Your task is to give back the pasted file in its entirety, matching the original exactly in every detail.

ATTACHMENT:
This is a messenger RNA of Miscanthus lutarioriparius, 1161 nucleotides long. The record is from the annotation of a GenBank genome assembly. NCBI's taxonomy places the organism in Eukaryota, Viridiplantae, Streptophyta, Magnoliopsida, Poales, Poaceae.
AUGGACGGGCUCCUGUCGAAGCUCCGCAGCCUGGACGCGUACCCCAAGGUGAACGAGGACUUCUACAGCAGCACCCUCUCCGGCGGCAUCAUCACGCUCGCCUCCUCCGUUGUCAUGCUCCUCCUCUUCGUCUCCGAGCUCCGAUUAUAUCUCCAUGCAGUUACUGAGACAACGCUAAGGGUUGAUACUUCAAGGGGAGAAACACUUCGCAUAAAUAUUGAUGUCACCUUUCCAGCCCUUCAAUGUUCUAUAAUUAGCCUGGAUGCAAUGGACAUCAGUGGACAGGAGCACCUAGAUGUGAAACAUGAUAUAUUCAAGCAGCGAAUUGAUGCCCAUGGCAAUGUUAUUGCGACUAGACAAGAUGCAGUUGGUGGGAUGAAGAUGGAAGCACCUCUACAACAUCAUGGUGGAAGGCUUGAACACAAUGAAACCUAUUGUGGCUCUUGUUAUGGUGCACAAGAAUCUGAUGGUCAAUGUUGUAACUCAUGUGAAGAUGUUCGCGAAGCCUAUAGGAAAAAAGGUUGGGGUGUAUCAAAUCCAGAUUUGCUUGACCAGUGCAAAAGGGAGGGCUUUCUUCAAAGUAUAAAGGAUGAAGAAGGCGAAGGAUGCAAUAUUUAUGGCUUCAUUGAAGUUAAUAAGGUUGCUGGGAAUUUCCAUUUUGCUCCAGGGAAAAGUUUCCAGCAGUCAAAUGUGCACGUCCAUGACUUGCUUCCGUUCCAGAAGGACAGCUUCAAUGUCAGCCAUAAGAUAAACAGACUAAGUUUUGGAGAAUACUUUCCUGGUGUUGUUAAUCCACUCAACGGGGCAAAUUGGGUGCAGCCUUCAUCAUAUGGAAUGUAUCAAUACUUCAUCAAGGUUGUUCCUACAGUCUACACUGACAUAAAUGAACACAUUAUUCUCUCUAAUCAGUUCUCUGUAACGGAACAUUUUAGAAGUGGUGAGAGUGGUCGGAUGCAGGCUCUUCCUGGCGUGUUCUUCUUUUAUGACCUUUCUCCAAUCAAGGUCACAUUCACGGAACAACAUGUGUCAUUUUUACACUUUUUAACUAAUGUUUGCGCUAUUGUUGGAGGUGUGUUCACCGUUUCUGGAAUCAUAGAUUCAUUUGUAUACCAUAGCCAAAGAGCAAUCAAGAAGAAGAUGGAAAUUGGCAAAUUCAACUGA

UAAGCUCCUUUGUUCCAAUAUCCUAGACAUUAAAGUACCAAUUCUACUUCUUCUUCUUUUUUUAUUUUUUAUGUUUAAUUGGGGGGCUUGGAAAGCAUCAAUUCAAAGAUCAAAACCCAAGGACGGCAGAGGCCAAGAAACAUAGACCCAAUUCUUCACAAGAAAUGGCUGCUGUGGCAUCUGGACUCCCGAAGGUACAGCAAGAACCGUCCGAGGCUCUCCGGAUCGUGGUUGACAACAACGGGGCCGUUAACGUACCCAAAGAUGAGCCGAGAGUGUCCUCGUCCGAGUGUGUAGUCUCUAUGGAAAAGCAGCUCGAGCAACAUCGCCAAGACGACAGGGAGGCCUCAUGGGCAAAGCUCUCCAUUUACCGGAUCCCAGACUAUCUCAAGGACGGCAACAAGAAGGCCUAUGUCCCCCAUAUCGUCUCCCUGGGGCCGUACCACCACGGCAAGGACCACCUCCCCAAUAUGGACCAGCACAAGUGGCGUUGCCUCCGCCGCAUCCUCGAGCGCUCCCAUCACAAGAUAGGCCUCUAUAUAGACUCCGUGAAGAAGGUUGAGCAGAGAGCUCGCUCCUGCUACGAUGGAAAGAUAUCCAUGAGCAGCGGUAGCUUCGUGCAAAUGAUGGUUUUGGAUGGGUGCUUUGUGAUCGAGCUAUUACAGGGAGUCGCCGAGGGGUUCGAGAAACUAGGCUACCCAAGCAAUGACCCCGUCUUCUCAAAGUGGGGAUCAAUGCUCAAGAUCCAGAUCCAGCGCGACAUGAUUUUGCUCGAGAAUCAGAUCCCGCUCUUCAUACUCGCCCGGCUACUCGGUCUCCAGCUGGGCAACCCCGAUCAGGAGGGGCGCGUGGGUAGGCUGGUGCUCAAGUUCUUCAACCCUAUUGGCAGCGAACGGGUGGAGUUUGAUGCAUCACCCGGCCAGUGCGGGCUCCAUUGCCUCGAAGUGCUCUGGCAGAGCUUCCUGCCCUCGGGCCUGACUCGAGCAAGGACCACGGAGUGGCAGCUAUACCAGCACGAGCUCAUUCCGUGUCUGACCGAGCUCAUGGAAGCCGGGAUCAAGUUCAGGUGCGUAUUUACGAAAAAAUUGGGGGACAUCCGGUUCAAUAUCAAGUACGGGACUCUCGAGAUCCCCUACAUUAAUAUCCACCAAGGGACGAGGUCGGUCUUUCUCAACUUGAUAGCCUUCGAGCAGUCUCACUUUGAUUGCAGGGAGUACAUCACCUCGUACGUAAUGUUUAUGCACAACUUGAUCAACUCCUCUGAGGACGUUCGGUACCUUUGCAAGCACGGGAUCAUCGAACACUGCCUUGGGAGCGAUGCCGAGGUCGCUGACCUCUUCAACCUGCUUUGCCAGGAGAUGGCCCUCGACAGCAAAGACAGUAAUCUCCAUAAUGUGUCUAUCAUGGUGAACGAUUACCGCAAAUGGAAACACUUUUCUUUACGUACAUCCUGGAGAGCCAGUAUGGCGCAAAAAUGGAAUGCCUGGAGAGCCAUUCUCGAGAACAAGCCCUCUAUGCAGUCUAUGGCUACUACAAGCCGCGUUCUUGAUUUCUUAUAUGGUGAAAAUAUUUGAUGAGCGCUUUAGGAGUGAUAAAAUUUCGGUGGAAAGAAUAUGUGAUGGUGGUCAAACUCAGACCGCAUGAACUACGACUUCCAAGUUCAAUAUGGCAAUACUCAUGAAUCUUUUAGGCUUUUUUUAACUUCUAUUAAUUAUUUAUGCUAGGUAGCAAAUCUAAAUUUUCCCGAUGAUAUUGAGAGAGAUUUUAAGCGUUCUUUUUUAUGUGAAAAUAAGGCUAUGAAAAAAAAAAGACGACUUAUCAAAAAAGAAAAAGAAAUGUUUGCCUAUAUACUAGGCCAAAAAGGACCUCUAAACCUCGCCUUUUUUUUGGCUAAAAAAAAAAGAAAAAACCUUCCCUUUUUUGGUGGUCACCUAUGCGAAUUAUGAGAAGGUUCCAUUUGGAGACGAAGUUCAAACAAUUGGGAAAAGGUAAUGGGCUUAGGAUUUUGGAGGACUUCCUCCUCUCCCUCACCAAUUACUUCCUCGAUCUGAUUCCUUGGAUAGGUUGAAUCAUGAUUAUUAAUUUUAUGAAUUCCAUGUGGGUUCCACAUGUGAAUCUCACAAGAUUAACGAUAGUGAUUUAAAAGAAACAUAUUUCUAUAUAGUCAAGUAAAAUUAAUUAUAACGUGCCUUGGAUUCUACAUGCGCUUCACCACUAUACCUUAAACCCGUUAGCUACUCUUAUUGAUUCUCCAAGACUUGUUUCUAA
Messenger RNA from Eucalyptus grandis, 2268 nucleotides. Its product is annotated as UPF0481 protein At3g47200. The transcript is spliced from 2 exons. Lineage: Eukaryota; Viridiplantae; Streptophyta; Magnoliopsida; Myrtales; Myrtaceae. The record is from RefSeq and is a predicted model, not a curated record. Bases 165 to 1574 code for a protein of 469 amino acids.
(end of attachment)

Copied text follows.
This is a messenger RNA of Miscanthus lutarioriparius, 1161 nucleotides long. The record is from the annotation of a GenBank genome assembly. NCBI's taxonomy places the organism in Eukaryota, Viridiplantae, Streptophyta, Magnoliopsida, Poales, Poaceae.
AUGGACGGGCUCCUGUCGAAGCUCCGCAGCCUGGACGCGUACCCCAAGGUGAACGAGGACUUCUACAGCAGCACCCUCUCCGGCGGCAUCAUCACGCUCGCCUCCUCCGUUGUCAUGCUCCUCCUCUUCGUCUCCGAGCUCCGAUUAUAUCUCCAUGCAGUUACUGAGACAACGCUAAGGGUUGAUACUUCAAGGGGAGAAACACUUCGCAUAAAUAUUGAUGUCACCUUUCCAGCCCUUCAAUGUUCUAUAAUUAGCCUGGAUGCAAUGGACAUCAGUGGACAGGAGCACCUAGAUGUGAAACAUGAUAUAUUCAAGCAGCGAAUUGAUGCCCAUGGCAAUGUUAUUGCGACUAGACAAGAUGCAGUUGGUGGGAUGAAGAUGGAAGCACCUCUACAACAUCAUGGUGGAAGGCUUGAACACAAUGAAACCUAUUGUGGCUCUUGUUAUGGUGCACAAGAAUCUGAUGGUCAAUGUUGUAACUCAUGUGAAGAUGUUCGCGAAGCCUAUAGGAAAAAAGGUUGGGGUGUAUCAAAUCCAGAUUUGCUUGACCAGUGCAAAAGGGAGGGCUUUCUUCAAAGUAUAAAGGAUGAAGAAGGCGAAGGAUGCAAUAUUUAUGGCUUCAUUGAAGUUAAUAAGGUUGCUGGGAAUUUCCAUUUUGCUCCAGGGAAAAGUUUCCAGCAGUCAAAUGUGCACGUCCAUGACUUGCUUCCGUUCCAGAAGGACAGCUUCAAUGUCAGCCAUAAGAUAAACAGACUAAGUUUUGGAGAAUACUUUCCUGGUGUUGUUAAUCCACUCAACGGGGCAAAUUGGGUGCAGCCUUCAUCAUAUGGAAUGUAUCAAUACUUCAUCAAGGUUGUUCCUACAGUCUACACUGACAUAAAUGAACACAUUAUUCUCUCUAAUCAGUUCUCUGUAACGGAACAUUUUAGAAGUGGUGAGAGUGGUCGGAUGCAGGCUCUUCCUGGCGUGUUCUUCUUUUAUGACCUUUCUCCAAUCAAGGUCACAUUCACGGAACAACAUGUGUCAUUUUUACACUUUUUAACUAAUGUUUGCGCUAUUGUUGGAGGUGUGUUCACCGUUUCUGGAAUCAUAGAUUCAUUUGUAUACCAUAGCCAAAGAGCAAUCAAGAAGAAGAUGGAAAUUGGCAAAUUCAACUGA

UAAGCUCCUUUGUUCCAAUAUCCUAGACAUUAAAGUACCAAUUCUACUUCUUCUUCUUUUUUUAUUUUUUAUGUUUAAUUGGGGGGCUUGGAAAGCAUCAAUUCAAAGAUCAAAACCCAAGGACGGCAGAGGCCAAGAAACAUAGACCCAAUUCUUCACAAGAAAUGGCUGCUGUGGCAUCUGGACUCCCGAAGGUACAGCAAGAACCGUCCGAGGCUCUCCGGAUCGUGGUUGACAACAACGGGGCCGUUAACGUACCCAAAGAUGAGCCGAGAGUGUCCUCGUCCGAGUGUGUAGUCUCUAUGGAAAAGCAGCUCGAGCAACAUCGCCAAGACGACAGGGAGGCCUCAUGGGCAAAGCUCUCCAUUUACCGGAUCCCAGACUAUCUCAAGGACGGCAACAAGAAGGCCUAUGUCCCCCAUAUCGUCUCCCUGGGGCCGUACCACCACGGCAAGGACCACCUCCCCAAUAUGGACCAGCACAAGUGGCGUUGCCUCCGCCGCAUCCUCGAGCGCUCCCAUCACAAGAUAGGCCUCUAUAUAGACUCCGUGAAGAAGGUUGAGCAGAGAGCUCGCUCCUGCUACGAUGGAAAGAUAUCCAUGAGCAGCGGUAGCUUCGUGCAAAUGAUGGUUUUGGAUGGGUGCUUUGUGAUCGAGCUAUUACAGGGAGUCGCCGAGGGGUUCGAGAAACUAGGCUACCCAAGCAAUGACCCCGUCUUCUCAAAGUGGGGAUCAAUGCUCAAGAUCCAGAUCCAGCGCGACAUGAUUUUGCUCGAGAAUCAGAUCCCGCUCUUCAUACUCGCCCGGCUACUCGGUCUCCAGCUGGGCAACCCCGAUCAGGAGGGGCGCGUGGGUAGGCUGGUGCUCAAGUUCUUCAACCCUAUUGGCAGCGAACGGGUGGAGUUUGAUGCAUCACCCGGCCAGUGCGGGCUCCAUUGCCUCGAAGUGCUCUGGCAGAGCUUCCUGCCCUCGGGCCUGACUCGAGCAAGGACCACGGAGUGGCAGCUAUACCAGCACGAGCUCAUUCCGUGUCUGACCGAGCUCAUGGAAGCCGGGAUCAAGUUCAGGUGCGUAUUUACGAAAAAAUUGGGGGACAUCCGGUUCAAUAUCAAGUACGGGACUCUCGAGAUCCCCUACAUUAAUAUCCACCAAGGGACGAGGUCGGUCUUUCUCAACUUGAUAGCCUUCGAGCAGUCUCACUUUGAUUGCAGGGAGUACAUCACCUCGUACGUAAUGUUUAUGCACAACUUGAUCAACUCCUCUGAGGACGUUCGGUACCUUUGCAAGCACGGGAUCAUCGAACACUGCCUUGGGAGCGAUGCCGAGGUCGCUGACCUCUUCAACCUGCUUUGCCAGGAGAUGGCCCUCGACAGCAAAGACAGUAAUCUCCAUAAUGUGUCUAUCAUGGUGAACGAUUACCGCAAAUGGAAACACUUUUCUUUACGUACAUCCUGGAGAGCCAGUAUGGCGCAAAAAUGGAAUGCCUGGAGAGCCAUUCUCGAGAACAAGCCCUCUAUGCAGUCUAUGGCUACUACAAGCCGCGUUCUUGAUUUCUUAUAUGGUGAAAAUAUUUGAUGAGCGCUUUAGGAGUGAUAAAAUUUCGGUGGAAAGAAUAUGUGAUGGUGGUCAAACUCAGACCGCAUGAACUACGACUUCCAAGUUCAAUAUGGCAAUACUCAUGAAUCUUUUAGGCUUUUUUUAACUUCUAUUAAUUAUUUAUGCUAGGUAGCAAAUCUAAAUUUUCCCGAUGAUAUUGAGAGAGAUUUUAAGCGUUCUUUUUUAUGUGAAAAUAAGGCUAUGAAAAAAAAAAGACGACUUAUCAAAAAAGAAAAAGAAAUGUUUGCCUAUAUACUAGGCCAAAAAGGACCUCUAAACCUCGCCUUUUUUUUGGCUAAAAAAAAAAGAAAAAACCUUCCCUUUUUUGGUGGUCACCUAUGCGAAUUAUGAGAAGGUUCCAUUUGGAGACGAAGUUCAAACAAUUGGGAAAAGGUAAUGGGCUUAGGAUUUUGGAGGACUUCCUCCUCUCCCUCACCAAUUACUUCCUCGAUCUGAUUCCUUGGAUAGGUUGAAUCAUGAUUAUUAAUUUUAUGAAUUCCAUGUGGGUUCCACAUGUGAAUCUCACAAGAUUAACGAUAGUGAUUUAAAAGAAACAUAUUUCUAUAUAGUCAAGUAAAAUUAAUUAUAACGUGCCUUGGAUUCUACAUGCGCUUCACCACUAUACCUUAAACCCGUUAGCUACUCUUAUUGAUUCUCCAAGACUUGUUUCUAA
Messenger RNA from Eucalyptus grandis, 2268 nucleotides. Its product is annotated as UPF0481 protein At3g47200. The transcript is spliced from 2 exons. Lineage: Eukaryota; Viridiplantae; Streptophyta; Magnoliopsida; Myrtales; Myrtaceae. The record is from RefSeq and is a predicted model, not a curated record. Bases 165 to 1574 code for a protein of 469 amino acids.